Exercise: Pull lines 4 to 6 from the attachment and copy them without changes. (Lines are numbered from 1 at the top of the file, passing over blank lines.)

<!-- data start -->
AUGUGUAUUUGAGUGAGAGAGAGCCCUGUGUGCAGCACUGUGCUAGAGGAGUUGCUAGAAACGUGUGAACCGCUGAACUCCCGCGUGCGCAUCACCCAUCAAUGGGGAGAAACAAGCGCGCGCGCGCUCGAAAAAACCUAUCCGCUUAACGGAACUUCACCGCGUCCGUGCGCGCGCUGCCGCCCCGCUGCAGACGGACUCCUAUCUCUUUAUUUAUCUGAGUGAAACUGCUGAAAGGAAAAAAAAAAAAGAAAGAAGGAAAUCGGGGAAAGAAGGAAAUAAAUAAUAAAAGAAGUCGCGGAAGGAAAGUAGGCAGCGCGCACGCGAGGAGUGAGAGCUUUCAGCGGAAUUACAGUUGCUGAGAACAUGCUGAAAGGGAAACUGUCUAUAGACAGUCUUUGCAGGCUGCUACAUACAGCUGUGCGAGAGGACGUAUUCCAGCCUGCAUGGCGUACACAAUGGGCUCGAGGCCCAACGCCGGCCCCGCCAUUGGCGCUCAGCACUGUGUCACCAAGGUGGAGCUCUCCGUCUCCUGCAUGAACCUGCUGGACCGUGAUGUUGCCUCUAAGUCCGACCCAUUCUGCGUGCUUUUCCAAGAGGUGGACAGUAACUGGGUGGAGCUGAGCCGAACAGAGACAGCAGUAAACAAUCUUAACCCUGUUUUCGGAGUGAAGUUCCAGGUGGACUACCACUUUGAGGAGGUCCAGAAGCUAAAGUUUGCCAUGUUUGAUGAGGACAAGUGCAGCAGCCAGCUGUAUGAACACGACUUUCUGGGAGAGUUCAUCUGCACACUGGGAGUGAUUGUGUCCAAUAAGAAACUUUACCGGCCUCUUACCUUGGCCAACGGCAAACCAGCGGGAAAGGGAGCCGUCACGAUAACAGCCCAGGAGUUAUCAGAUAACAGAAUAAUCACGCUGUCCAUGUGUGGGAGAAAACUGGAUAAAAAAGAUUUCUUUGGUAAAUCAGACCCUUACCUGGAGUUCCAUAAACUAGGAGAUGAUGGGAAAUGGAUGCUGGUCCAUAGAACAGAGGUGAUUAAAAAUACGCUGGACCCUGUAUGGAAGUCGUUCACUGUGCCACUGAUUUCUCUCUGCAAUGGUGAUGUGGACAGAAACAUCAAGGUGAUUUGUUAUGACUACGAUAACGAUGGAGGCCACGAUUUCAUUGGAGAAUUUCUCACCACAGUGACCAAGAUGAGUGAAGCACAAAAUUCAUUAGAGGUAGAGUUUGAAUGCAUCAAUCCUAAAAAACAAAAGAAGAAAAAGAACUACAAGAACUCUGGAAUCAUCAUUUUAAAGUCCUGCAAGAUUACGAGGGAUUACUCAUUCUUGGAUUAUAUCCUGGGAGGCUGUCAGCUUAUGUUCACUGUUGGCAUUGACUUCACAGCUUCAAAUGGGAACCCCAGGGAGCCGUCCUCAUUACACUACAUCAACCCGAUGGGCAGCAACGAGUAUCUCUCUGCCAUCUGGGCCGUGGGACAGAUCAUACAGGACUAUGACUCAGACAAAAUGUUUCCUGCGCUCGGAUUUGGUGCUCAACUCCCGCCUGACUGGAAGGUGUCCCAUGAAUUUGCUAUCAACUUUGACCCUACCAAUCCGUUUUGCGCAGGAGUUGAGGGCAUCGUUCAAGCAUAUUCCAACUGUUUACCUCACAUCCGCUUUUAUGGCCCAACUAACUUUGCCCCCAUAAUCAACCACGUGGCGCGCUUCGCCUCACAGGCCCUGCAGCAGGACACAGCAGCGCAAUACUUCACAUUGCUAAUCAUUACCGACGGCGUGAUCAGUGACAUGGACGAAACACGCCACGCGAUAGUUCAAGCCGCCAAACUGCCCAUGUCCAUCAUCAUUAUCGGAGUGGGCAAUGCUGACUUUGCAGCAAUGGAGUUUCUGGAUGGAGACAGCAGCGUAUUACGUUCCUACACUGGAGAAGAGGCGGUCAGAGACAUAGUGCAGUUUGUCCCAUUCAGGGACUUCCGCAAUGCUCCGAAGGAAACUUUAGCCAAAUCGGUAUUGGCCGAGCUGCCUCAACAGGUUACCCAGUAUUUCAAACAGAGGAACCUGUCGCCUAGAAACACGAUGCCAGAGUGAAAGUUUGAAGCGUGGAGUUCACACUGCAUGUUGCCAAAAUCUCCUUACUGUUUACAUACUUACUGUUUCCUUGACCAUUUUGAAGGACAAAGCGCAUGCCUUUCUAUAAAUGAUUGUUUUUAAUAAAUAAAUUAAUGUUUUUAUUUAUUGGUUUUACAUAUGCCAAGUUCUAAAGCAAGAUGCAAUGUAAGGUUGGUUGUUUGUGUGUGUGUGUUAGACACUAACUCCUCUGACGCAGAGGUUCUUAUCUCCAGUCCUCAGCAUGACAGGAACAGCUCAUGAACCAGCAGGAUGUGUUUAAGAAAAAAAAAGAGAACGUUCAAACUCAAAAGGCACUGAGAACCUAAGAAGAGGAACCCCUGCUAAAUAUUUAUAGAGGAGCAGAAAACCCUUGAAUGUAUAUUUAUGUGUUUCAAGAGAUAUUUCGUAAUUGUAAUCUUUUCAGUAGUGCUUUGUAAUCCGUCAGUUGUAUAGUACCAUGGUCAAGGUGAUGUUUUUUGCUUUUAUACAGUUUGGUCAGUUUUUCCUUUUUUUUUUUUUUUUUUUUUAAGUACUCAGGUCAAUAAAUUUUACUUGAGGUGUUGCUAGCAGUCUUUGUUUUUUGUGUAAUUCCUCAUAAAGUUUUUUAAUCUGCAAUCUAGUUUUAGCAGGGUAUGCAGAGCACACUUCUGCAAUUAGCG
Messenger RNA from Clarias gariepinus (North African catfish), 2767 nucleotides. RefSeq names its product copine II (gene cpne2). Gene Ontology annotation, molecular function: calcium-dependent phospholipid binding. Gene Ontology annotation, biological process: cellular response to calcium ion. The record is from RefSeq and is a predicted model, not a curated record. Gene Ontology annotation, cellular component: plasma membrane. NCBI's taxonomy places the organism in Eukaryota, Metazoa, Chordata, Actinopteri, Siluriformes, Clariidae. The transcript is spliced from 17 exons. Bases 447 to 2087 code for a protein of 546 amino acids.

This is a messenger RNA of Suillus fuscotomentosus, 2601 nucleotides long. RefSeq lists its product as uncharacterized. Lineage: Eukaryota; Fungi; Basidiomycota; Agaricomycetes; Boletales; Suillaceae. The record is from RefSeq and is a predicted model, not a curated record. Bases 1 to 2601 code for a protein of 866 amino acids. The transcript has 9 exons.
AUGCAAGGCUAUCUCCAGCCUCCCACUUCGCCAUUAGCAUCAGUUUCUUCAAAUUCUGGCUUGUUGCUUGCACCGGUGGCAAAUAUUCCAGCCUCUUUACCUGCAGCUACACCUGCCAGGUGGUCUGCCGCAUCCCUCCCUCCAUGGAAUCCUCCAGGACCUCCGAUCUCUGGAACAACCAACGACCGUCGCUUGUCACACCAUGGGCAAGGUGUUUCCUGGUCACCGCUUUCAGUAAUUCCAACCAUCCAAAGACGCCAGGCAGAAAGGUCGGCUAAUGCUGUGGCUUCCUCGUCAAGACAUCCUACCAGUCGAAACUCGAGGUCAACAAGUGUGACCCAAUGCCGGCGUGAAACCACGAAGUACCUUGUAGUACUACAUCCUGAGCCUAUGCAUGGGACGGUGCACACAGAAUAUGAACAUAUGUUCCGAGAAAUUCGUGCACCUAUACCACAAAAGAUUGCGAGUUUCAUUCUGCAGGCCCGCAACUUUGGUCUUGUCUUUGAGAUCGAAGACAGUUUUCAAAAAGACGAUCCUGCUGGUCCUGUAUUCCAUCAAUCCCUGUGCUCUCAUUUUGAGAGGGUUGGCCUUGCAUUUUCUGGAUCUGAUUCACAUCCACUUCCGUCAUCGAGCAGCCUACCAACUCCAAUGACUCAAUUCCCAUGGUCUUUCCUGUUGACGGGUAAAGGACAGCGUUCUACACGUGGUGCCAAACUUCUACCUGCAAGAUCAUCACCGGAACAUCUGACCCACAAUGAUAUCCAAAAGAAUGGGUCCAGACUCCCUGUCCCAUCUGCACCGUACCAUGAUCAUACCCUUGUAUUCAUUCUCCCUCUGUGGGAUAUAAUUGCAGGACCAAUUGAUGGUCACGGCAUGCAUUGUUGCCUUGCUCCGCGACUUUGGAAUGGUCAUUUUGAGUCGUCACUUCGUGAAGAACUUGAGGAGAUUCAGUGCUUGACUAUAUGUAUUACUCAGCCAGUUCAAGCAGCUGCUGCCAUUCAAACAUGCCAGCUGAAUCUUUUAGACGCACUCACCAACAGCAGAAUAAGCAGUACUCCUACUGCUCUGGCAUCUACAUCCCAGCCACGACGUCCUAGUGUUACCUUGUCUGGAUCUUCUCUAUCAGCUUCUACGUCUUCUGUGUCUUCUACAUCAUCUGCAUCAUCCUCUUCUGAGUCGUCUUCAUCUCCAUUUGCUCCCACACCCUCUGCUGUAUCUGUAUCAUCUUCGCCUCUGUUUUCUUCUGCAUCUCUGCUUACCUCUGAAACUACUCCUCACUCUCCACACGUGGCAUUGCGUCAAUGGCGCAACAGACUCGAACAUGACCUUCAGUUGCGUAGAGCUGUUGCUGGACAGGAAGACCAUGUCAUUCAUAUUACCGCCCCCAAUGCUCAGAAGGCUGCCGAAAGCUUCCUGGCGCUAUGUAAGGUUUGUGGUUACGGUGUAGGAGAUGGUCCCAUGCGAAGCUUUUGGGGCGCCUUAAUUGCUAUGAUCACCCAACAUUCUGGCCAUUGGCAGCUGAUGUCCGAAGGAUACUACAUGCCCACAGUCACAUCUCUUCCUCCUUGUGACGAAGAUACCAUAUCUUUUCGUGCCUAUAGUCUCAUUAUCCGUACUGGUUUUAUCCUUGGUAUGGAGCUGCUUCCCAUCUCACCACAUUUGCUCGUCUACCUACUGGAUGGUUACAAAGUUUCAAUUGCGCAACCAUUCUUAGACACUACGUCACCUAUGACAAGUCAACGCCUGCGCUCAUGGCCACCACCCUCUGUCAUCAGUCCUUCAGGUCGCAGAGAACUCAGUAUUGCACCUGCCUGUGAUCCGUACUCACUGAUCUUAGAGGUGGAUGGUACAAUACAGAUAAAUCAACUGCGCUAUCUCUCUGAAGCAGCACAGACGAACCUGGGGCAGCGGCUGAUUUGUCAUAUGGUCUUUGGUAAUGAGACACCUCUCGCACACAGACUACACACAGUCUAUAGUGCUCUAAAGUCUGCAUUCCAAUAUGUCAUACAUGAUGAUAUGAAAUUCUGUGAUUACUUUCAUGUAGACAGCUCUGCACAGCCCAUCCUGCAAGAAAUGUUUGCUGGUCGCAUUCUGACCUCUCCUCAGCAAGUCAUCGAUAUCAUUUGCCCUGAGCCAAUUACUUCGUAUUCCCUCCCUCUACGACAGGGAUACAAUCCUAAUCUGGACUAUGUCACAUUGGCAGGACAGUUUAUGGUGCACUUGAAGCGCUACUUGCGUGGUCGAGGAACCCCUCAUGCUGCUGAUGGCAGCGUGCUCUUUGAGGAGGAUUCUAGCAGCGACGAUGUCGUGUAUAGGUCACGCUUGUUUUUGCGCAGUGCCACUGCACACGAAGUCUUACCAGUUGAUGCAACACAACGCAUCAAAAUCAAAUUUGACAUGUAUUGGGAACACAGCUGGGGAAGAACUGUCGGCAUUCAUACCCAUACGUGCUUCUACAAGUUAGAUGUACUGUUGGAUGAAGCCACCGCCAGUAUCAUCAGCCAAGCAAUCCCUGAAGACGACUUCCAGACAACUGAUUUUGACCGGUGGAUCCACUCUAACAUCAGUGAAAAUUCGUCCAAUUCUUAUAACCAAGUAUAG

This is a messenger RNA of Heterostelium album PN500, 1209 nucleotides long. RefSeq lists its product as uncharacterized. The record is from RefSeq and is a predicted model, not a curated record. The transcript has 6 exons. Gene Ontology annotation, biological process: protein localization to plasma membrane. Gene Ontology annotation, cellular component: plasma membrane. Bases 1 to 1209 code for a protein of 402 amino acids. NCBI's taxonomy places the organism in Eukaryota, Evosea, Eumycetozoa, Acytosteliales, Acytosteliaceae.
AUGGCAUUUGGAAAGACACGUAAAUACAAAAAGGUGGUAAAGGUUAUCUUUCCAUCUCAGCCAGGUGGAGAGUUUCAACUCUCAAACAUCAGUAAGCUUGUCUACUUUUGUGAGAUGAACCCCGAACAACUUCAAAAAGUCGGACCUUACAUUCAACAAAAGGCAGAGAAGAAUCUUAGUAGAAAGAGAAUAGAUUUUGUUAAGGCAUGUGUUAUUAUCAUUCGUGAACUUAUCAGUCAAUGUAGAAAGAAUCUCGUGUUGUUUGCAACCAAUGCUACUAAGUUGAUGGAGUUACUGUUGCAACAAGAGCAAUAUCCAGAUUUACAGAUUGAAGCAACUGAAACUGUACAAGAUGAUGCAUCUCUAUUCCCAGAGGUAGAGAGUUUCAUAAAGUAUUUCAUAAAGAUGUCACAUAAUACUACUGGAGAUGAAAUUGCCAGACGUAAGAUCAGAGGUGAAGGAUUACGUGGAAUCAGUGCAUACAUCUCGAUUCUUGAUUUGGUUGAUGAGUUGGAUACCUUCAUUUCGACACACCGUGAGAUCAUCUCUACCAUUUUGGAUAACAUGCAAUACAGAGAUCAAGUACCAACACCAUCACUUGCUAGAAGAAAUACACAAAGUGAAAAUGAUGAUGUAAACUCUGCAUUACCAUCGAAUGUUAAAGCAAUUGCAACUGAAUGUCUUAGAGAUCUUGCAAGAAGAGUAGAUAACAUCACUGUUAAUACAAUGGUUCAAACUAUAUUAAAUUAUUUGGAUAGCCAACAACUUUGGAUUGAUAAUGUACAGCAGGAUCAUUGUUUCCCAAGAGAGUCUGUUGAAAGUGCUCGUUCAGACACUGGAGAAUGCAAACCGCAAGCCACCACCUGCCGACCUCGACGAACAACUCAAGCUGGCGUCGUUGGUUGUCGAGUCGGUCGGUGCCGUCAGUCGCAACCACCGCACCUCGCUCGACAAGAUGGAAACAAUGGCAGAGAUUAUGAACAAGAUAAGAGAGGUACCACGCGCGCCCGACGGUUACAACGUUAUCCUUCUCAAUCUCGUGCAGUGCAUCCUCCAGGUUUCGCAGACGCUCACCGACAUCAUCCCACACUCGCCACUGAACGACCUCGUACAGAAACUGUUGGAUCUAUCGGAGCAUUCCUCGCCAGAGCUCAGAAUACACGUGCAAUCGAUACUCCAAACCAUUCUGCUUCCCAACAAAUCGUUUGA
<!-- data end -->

AUGCAAGGCUAUCUCCAGCCUCCCACUUCGCCAUUAGCAUCAGUUUCUUCAAAUUCUGGCUUGUUGCUUGCACCGGUGGCAAAUAUUCCAGCCUCUUUACCUGCAGCUACACCUGCCAGGUGGUCUGCCGCAUCCCUCCCUCCAUGGAAUCCUCCAGGACCUCCGAUCUCUGGAACAACCAACGACCGUCGCUUGUCACACCAUGGGCAAGGUGUUUCCUGGUCACCGCUUUCAGUAAUUCCAACCAUCCAAAGACGCCAGGCAGAAAGGUCGGCUAAUGCUGUGGCUUCCUCGUCAAGACAUCCUACCAGUCGAAACUCGAGGUCAACAAGUGUGACCCAAUGCCGGCGUGAAACCACGAAGUACCUUGUAGUACUACAUCCUGAGCCUAUGCAUGGGACGGUGCACACAGAAUAUGAACAUAUGUUCCGAGAAAUUCGUGCACCUAUACCACAAAAGAUUGCGAGUUUCAUUCUGCAGGCCCGCAACUUUGGUCUUGUCUUUGAGAUCGAAGACAGUUUUCAAAAAGACGAUCCUGCUGGUCCUGUAUUCCAUCAAUCCCUGUGCUCUCAUUUUGAGAGGGUUGGCCUUGCAUUUUCUGGAUCUGAUUCACAUCCACUUCCGUCAUCGAGCAGCCUACCAACUCCAAUGACUCAAUUCCCAUGGUCUUUCCUGUUGACGGGUAAAGGACAGCGUUCUACACGUGGUGCCAAACUUCUACCUGCAAGAUCAUCACCGGAACAUCUGACCCACAAUGAUAUCCAAAAGAAUGGGUCCAGACUCCCUGUCCCAUCUGCACCGUACCAUGAUCAUACCCUUGUAUUCAUUCUCCCUCUGUGGGAUAUAAUUGCAGGACCAAUUGAUGGUCACGGCAUGCAUUGUUGCCUUGCUCCGCGACUUUGGAAUGGUCAUUUUGAGUCGUCACUUCGUGAAGAACUUGAGGAGAUUCAGUGCUUGACUAUAUGUAUUACUCAGCCAGUUCAAGCAGCUGCUGCCAUUCAAACAUGCCAGCUGAAUCUUUUAGACGCACUCACCAACAGCAGAAUAAGCAGUACUCCUACUGCUCUGGCAUCUACAUCCCAGCCACGACGUCCUAGUGUUACCUUGUCUGGAUCUUCUCUAUCAGCUUCUACGUCUUCUGUGUCUUCUACAUCAUCUGCAUCAUCCUCUUCUGAGUCGUCUUCAUCUCCAUUUGCUCCCACACCCUCUGCUGUAUCUGUAUCAUCUUCGCCUCUGUUUUCUUCUGCAUCUCUGCUUACCUCUGAAACUACUCCUCACUCUCCACACGUGGCAUUGCGUCAAUGGCGCAACAGACUCGAACAUGACCUUCAGUUGCGUAGAGCUGUUGCUGGACAGGAAGACCAUGUCAUUCAUAUUACCGCCCCCAAUGCUCAGAAGGCUGCCGAAAGCUUCCUGGCGCUAUGUAAGGUUUGUGGUUACGGUGUAGGAGAUGGUCCCAUGCGAAGCUUUUGGGGCGCCUUAAUUGCUAUGAUCACCCAACAUUCUGGCCAUUGGCAGCUGAUGUCCGAAGGAUACUACAUGCCCACAGUCACAUCUCUUCCUCCUUGUGACGAAGAUACCAUAUCUUUUCGUGCCUAUAGUCUCAUUAUCCGUACUGGUUUUAUCCUUGGUAUGGAGCUGCUUCCCAUCUCACCACAUUUGCUCGUCUACCUACUGGAUGGUUACAAAGUUUCAAUUGCGCAACCAUUCUUAGACACUACGUCACCUAUGACAAGUCAACGCCUGCGCUCAUGGCCACCACCCUCUGUCAUCAGUCCUUCAGGUCGCAGAGAACUCAGUAUUGCACCUGCCUGUGAUCCGUACUCACUGAUCUUAGAGGUGGAUGGUACAAUACAGAUAAAUCAACUGCGCUAUCUCUCUGAAGCAGCACAGACGAACCUGGGGCAGCGGCUGAUUUGUCAUAUGGUCUUUGGUAAUGAGACACCUCUCGCACACAGACUACACACAGUCUAUAGUGCUCUAAAGUCUGCAUUCCAAUAUGUCAUACAUGAUGAUAUGAAAUUCUGUGAUUACUUUCAUGUAGACAGCUCUGCACAGCCCAUCCUGCAAGAAAUGUUUGCUGGUCGCAUUCUGACCUCUCCUCAGCAAGUCAUCGAUAUCAUUUGCCCUGAGCCAAUUACUUCGUAUUCCCUCCCUCUACGACAGGGAUACAAUCCUAAUCUGGACUAUGUCACAUUGGCAGGACAGUUUAUGGUGCACUUGAAGCGCUACUUGCGUGGUCGAGGAACCCCUCAUGCUGCUGAUGGCAGCGUGCUCUUUGAGGAGGAUUCUAGCAGCGACGAUGUCGUGUAUAGGUCACGCUUGUUUUUGCGCAGUGCCACUGCACACGAAGUCUUACCAGUUGAUGCAACACAACGCAUCAAAAUCAAAUUUGACAUGUAUUGGGAACACAGCUGGGGAAGAACUGUCGGCAUUCAUACCCAUACGUGCUUCUACAAGUUAGAUGUACUGUUGGAUGAAGCCACCGCCAGUAUCAUCAGCCAAGCAAUCCCUGAAGACGACUUCCAGACAACUGAUUUUGACCGGUGGAUCCACUCUAACAUCAGUGAAAAUUCGUCCAAUUCUUAUAACCAAGUAUAG

This is a messenger RNA of Heterostelium album PN500, 1209 nucleotides long. RefSeq lists its product as uncharacterized. The record is from RefSeq and is a predicted model, not a curated record. The transcript has 6 exons. Gene Ontology annotation, biological process: protein localization to plasma membrane. Gene Ontology annotation, cellular component: plasma membrane. Bases 1 to 1209 code for a protein of 402 amino acids. NCBI's taxonomy places the organism in Eukaryota, Evosea, Eumycetozoa, Acytosteliales, Acytosteliaceae.
AUGGCAUUUGGAAAGACACGUAAAUACAAAAAGGUGGUAAAGGUUAUCUUUCCAUCUCAGCCAGGUGGAGAGUUUCAACUCUCAAACAUCAGUAAGCUUGUCUACUUUUGUGAGAUGAACCCCGAACAACUUCAAAAAGUCGGACCUUACAUUCAACAAAAGGCAGAGAAGAAUCUUAGUAGAAAGAGAAUAGAUUUUGUUAAGGCAUGUGUUAUUAUCAUUCGUGAACUUAUCAGUCAAUGUAGAAAGAAUCUCGUGUUGUUUGCAACCAAUGCUACUAAGUUGAUGGAGUUACUGUUGCAACAAGAGCAAUAUCCAGAUUUACAGAUUGAAGCAACUGAAACUGUACAAGAUGAUGCAUCUCUAUUCCCAGAGGUAGAGAGUUUCAUAAAGUAUUUCAUAAAGAUGUCACAUAAUACUACUGGAGAUGAAAUUGCCAGACGUAAGAUCAGAGGUGAAGGAUUACGUGGAAUCAGUGCAUACAUCUCGAUUCUUGAUUUGGUUGAUGAGUUGGAUACCUUCAUUUCGACACACCGUGAGAUCAUCUCUACCAUUUUGGAUAACAUGCAAUACAGAGAUCAAGUACCAACACCAUCACUUGCUAGAAGAAAUACACAAAGUGAAAAUGAUGAUGUAAACUCUGCAUUACCAUCGAAUGUUAAAGCAAUUGCAACUGAAUGUCUUAGAGAUCUUGCAAGAAGAGUAGAUAACAUCACUGUUAAUACAAUGGUUCAAACUAUAUUAAAUUAUUUGGAUAGCCAACAACUUUGGAUUGAUAAUGUACAGCAGGAUCAUUGUUUCCCAAGAGAGUCUGUUGAAAGUGCUCGUUCAGACACUGGAGAAUGCAAACCGCAAGCCACCACCUGCCGACCUCGACGAACAACUCAAGCUGGCGUCGUUGGUUGUCGAGUCGGUCGGUGCCGUCAGUCGCAACCACCGCACCUCGCUCGACAAGAUGGAAACAAUGGCAGAGAUUAUGAACAAGAUAAGAGAGGUACCACGCGCGCCCGACGGUUACAACGUUAUCCUUCUCAAUCUCGUGCAGUGCAUCCUCCAGGUUUCGCAGACGCUCACCGACAUCAUCCCACACUCGCCACUGAACGACCUCGUACAGAAACUGUUGGAUCUAUCGGAGCAUUCCUCGCCAGAGCUCAGAAUACACGUGCAAUCGAUACUCCAAACCAUUCUGCUUCCCAACAAAUCGUUUGA